After 18 years of filming in interesting locations around the world, local business owner Sinclair Black recently returned from a once in a lifetime filming trip in Antarctica. We chatted with Sinclair to hear about his latest adventure.
Sinclair, tell me about some of the places you have filmed around the world.
I have been very fortunate to have had some interesting assignments in places as remote as Easter Island and Tahiti, to the west coast of South Africa to Niijima Island, Japan and Brazil, but I never thought I would get the opportunity to work in Antarctica.
Tell me about your latest adventure …
Since moving to the Coffs Coast almost ten years ago with my young family, I made the conscious decision not to travel so much. But when one of my clients, natural health company Blackmores, asked me to document the process of catching krill from its source in Antarctica, I jumped at the opportunity.
What is krill?
Krill are the tiny prawn-like crustaceans that are a rich source of omega-3s. Antarctic krill is known for its purity and potency, and that’s why Blackmores uses it in their products.
How did you get there?
It was a bit of a mission, with a flight from Coffs to Sydney then to Santiago, Chile, via Auckland. We then had a three-stop flight to the Falkland Islands, where we landed at a UK military base to get to the main town of Stanley. Each side of the road was littered with active war mines from 1982. Stanley is a quaint little fishing village and one of the main ports for trips to Antarctica. From there, it was a five-day journey on a 200 m long Russian tanker across the Drake Passage to the Antarctic Peninsula. It was rough at times, but mostly a smooth journey. We then transferred onto a Norwegian fishing ship for eight days.
Tell us about your first impressions of this great continent?
Where do I start? I felt like I had travelled back in time. The sheer size of everything around us felt prehistoric, and I was half expecting a dinosaur to pop up! What struck me the most was the size of the mountains (up to 2,500 m) rising straight up from the ocean. To put it in perspective, it’s like standing on Muttonbird Island and looking towards Sealy Lookout, but imagine it is eight times higher. Everywhere you looked there were glaciers meeting the ocean, with cliffs 300 m tall.
The clarity and visibility of the water was also incredible – Tahiti is known for some of the clearest water in the world, but Antarctica is just something else.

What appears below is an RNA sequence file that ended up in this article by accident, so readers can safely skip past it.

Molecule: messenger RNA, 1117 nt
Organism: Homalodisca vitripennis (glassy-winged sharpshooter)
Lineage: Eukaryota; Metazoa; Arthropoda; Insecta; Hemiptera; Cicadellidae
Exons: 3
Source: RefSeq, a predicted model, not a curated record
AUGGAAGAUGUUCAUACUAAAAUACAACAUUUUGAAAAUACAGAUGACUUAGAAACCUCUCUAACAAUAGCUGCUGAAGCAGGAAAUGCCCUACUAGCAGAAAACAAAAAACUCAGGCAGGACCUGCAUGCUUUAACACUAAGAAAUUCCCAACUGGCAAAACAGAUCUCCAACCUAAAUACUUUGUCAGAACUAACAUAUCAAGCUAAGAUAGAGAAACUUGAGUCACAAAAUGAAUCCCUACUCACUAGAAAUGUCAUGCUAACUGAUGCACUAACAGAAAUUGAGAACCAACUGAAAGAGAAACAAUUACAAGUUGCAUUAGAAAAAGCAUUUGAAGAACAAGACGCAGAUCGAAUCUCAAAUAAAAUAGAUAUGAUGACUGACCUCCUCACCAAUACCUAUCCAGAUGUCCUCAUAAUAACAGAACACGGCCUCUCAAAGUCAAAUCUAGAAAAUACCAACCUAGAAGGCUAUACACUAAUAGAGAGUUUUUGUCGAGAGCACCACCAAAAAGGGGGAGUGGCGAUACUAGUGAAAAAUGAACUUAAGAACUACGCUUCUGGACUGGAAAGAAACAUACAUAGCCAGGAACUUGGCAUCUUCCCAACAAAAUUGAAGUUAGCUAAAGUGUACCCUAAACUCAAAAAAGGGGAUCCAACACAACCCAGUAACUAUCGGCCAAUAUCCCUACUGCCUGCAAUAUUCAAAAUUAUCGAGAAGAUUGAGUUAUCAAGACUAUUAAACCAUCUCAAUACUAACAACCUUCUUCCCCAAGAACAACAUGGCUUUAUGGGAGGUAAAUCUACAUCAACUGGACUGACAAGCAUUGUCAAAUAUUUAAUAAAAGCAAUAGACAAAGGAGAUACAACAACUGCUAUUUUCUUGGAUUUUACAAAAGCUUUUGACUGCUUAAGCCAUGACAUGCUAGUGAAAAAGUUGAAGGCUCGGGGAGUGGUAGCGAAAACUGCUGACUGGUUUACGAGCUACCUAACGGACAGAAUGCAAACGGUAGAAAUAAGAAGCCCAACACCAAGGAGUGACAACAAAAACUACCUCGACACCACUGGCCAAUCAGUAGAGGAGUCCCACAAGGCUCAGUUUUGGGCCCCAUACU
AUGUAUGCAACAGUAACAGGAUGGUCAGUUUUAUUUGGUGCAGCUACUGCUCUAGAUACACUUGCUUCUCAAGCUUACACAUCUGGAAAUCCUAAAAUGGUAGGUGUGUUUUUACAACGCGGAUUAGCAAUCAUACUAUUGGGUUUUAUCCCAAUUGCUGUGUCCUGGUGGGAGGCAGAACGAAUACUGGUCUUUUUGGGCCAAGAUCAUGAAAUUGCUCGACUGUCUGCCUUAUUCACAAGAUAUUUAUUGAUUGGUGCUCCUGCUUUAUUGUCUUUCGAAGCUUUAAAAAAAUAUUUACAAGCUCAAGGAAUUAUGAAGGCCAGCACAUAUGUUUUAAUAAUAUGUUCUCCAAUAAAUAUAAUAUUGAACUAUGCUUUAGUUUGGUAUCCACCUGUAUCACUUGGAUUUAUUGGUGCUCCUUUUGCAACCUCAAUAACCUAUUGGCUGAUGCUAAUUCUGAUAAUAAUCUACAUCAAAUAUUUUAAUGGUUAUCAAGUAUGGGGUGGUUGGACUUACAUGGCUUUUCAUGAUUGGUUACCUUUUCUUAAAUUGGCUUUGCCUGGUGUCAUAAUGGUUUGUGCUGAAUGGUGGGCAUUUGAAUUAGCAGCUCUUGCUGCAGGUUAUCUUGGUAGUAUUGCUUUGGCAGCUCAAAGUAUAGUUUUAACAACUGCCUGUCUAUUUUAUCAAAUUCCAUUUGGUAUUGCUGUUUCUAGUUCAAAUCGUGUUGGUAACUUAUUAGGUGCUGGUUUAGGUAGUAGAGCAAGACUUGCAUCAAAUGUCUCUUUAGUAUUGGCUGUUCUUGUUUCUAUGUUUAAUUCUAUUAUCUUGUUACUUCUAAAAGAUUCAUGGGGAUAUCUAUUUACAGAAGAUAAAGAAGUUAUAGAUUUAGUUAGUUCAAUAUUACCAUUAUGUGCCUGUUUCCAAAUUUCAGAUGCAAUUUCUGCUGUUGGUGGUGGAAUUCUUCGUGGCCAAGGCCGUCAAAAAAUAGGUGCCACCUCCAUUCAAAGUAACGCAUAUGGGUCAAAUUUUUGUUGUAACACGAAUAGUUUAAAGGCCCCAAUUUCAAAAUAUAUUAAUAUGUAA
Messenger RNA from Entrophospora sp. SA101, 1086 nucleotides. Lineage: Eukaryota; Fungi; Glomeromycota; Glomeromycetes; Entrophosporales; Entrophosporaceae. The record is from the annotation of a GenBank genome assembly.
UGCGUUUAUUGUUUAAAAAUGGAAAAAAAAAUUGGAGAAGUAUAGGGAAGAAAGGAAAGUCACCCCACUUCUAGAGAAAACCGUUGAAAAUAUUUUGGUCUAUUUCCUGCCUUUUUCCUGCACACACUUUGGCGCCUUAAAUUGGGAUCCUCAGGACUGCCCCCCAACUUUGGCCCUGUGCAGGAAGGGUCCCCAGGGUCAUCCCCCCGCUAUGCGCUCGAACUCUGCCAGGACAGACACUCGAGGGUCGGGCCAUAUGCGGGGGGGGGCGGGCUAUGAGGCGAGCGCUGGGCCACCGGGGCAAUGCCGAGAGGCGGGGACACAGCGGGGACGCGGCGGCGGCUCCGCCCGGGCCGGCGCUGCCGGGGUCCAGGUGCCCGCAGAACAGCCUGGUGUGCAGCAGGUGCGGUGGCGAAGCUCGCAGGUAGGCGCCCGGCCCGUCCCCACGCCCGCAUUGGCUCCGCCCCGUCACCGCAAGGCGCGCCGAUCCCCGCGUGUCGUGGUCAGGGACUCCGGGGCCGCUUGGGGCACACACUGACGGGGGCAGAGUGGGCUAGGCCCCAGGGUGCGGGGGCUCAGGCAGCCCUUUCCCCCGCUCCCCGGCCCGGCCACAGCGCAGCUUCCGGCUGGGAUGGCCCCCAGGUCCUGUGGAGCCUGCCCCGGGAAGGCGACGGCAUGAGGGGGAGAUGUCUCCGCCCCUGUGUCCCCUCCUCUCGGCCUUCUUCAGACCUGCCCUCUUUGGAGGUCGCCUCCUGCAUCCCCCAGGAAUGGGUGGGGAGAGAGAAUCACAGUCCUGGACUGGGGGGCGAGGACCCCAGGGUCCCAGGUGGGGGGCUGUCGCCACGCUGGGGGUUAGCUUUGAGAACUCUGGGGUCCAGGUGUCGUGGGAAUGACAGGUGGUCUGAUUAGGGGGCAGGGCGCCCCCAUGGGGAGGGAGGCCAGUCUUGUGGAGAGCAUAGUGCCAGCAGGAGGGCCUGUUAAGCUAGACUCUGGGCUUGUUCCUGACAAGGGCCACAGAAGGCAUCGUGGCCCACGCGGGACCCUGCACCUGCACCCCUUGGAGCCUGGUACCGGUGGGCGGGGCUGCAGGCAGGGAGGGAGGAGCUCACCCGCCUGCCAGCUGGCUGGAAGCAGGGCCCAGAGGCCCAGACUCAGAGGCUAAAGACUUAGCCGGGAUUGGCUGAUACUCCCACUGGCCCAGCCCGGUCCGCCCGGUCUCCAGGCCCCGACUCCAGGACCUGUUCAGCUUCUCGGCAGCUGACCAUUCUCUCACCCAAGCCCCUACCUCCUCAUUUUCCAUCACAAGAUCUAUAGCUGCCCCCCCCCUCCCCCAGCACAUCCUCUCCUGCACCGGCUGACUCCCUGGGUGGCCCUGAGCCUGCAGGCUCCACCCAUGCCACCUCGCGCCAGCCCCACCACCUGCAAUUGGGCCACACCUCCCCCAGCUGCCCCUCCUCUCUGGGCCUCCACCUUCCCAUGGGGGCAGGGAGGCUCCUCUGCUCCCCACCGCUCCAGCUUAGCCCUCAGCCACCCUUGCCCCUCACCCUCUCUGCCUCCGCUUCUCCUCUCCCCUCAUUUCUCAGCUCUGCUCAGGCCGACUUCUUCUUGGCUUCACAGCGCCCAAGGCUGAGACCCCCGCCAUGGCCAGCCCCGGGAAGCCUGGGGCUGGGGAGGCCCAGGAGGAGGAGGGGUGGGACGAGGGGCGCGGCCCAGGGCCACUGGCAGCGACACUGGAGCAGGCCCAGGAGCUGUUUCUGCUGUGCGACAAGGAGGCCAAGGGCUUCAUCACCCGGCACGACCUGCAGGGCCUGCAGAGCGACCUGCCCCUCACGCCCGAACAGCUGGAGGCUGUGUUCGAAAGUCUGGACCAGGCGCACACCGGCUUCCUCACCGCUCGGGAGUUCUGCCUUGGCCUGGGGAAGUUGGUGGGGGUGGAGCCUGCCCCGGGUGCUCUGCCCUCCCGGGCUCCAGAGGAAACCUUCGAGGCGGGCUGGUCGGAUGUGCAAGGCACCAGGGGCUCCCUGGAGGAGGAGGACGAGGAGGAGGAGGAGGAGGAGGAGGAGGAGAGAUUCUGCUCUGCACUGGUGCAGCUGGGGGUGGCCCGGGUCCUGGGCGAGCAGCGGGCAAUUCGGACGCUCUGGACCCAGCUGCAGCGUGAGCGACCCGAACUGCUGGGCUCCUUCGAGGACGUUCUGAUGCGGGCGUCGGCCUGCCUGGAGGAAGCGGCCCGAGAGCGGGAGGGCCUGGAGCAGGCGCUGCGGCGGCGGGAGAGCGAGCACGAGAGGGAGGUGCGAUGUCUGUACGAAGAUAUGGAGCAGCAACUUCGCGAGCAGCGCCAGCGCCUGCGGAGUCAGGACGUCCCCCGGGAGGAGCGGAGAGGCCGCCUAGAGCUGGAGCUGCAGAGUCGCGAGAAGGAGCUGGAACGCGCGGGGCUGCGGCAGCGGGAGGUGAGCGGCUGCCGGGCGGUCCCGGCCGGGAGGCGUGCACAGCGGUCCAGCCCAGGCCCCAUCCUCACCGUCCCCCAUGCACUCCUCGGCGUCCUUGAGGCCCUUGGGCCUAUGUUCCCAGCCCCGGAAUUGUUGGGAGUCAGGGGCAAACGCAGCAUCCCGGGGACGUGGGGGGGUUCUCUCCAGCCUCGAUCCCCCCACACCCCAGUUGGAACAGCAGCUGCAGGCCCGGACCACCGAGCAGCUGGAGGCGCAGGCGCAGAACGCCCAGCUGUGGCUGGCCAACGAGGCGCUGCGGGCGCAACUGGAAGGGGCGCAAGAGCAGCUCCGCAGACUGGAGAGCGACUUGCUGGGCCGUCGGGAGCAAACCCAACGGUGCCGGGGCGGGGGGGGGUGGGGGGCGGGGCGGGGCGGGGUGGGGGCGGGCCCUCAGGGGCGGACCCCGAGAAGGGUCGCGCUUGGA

The floating icebergs were twenty times the size of our ship. They’re so big, that sometimes they get stuck between islands and stay there for years.
What was the weather like while you were there?
Thankfully it wasn’t as cold as I was expecting, with most days ranging from -10 – 0 degrees Celsius. This made filming relatively easy, but I was surprised at how quickly the conditions could change. One day it went from -2 and sunny to about -20 and snowing, with 70 knot winds in half an hour.
What did you wear?
When we were on the land working, we had to wear “survival suits”, which were bright yellow airtight suits. It felt like I was walking on the moon. They are designed to keep you afloat and will give you about an hour if you happen to fall in; otherwise, you’d have a maximum of 15 minutes before your heart stops.
What was the wildlife like?
It was nothing like I had imagined. There were countless whales everywhere you looked. I thought there were a lot on the Coffs Coast, but there wasn’t a moment you didn’t see one – Blue Whales, Southern Rights, Fin Whales, Sperm Whales and Humpbacks. We also saw Emperor Penguins and Fur Seals on land.
Did anything take you by surprise?
I was surprised by the incredibly unique nature of the penguins. George Miller, the director of Happy Feet, captured them perfectly. They approach you on the beach, walk up to you, take a good look, then wander off for a swim, then return to have another look. Each one looks different, and they all seem to have a different personality. They seemed more inquisitive than fearful, which I’m not used to with wild animals.
What was the highlight of the trip?
The captain took the fishing ship to Deception Island, which is an active volcano off the Antarctic Peninsula. The ship sailed through a narrow channel into the centre of the crater, which forms a natural, sheltered harbour. The landscape surrounding the harbour included mainly snow-capped mountains, which where grassy and barren lower down with steaming beaches and ash-layered glaciers due to the heat radiating from inside the volcano. An old whaling station with ruins of hardwood timber huts stood on the shore.
Rumours are that you braved the icy waters and went swimming?
It’s partly true. We stripped down to our speedos and planned to take the plunge, but after realising it was going to be a 100 m wade just to get to waist depth, we decided to just have a water fight instead; it was freezing.
What are you working on next? Are there any other adventures in the pipeline?
Nothing as unusual as Antarctica, but the beauty of my work is that it can be quite unpredictable. We are currently working with a mix of local and national businesses, so my work is always varied, but nothing beats living on the Coffs Coast – where the water is always warm. But you never know; it only takes a phone call, and I could be anywhere!